Today in many intellectual circles, Christians are viewed with condescension and derision. We are seen as naïve simpletons who lack the courage to accept the world at face value. We insist on weaving elaborate theologies and worshiping a God who is invisible because we are too weak to cope with the fact that existence is finite and life ends with the grave. Atheists accuse us of being irrational and illogical, maintaining that they are on the side of the factual and sensible. They reject the metaphysical because it can't be verified and quantified. They reject moral absolutes because they impinge upon individual self-determination.
Similarly, the concept of Christian education strikes many as a laughable notion, an oxymoron embraced only by morons. The idea that God has any involvement with or impact upon what man can know and how he can know it – indeed, the idea that God even exists – is anathema to academic elites. Sadly, even some Christians believe that Christ's exhortation to reject the things of this world means that engaging in the pursuit of knowledge is a waste of time and a potential impediment to one's faith. This is a mistaken view.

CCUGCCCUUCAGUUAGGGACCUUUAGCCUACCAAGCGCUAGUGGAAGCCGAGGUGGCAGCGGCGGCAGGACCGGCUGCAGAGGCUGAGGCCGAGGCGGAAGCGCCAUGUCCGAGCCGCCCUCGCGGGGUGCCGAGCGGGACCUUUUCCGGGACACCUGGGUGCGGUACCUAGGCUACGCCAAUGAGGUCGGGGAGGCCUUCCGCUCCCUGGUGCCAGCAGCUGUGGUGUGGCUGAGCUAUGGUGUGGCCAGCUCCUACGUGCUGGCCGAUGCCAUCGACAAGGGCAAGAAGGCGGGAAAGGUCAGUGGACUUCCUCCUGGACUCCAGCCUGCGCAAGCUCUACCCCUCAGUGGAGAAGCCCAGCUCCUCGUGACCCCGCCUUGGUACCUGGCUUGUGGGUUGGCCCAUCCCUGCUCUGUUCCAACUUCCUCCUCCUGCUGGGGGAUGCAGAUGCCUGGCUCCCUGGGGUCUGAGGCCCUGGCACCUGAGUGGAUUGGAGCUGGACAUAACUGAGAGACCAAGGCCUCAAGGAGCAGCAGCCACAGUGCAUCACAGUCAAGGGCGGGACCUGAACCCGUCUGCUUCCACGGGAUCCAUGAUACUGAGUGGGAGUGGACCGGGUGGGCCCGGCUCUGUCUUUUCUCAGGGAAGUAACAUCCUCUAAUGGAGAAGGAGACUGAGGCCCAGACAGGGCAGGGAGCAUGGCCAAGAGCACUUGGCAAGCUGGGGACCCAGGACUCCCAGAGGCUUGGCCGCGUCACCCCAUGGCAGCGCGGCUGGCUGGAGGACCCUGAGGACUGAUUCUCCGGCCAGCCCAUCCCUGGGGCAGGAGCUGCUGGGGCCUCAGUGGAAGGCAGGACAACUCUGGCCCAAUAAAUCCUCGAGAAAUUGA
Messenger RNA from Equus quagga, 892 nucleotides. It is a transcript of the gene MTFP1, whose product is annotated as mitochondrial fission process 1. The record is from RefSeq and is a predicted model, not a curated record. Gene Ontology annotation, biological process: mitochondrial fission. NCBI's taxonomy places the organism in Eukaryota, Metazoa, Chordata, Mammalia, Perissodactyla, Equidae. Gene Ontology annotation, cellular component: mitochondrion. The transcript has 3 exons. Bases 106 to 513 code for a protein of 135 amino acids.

Anthony Bradley of the Action Institute Power Blog challenged this view recently in an article reviewing theologian Abraham Kuyper's understanding of education and its centrality to the Christian life. Kuyper recognized even in his day that the university system was rapidly becoming a stronghold of anti-theistic bias, and that this bias was adversely influencing the broader culture. The solution, he suggested, was not for Christians to withdraw from university life, but to commit themselves the rigorous pursuit of higher education as a way to both honor God and benefit the broader culture. From the piece: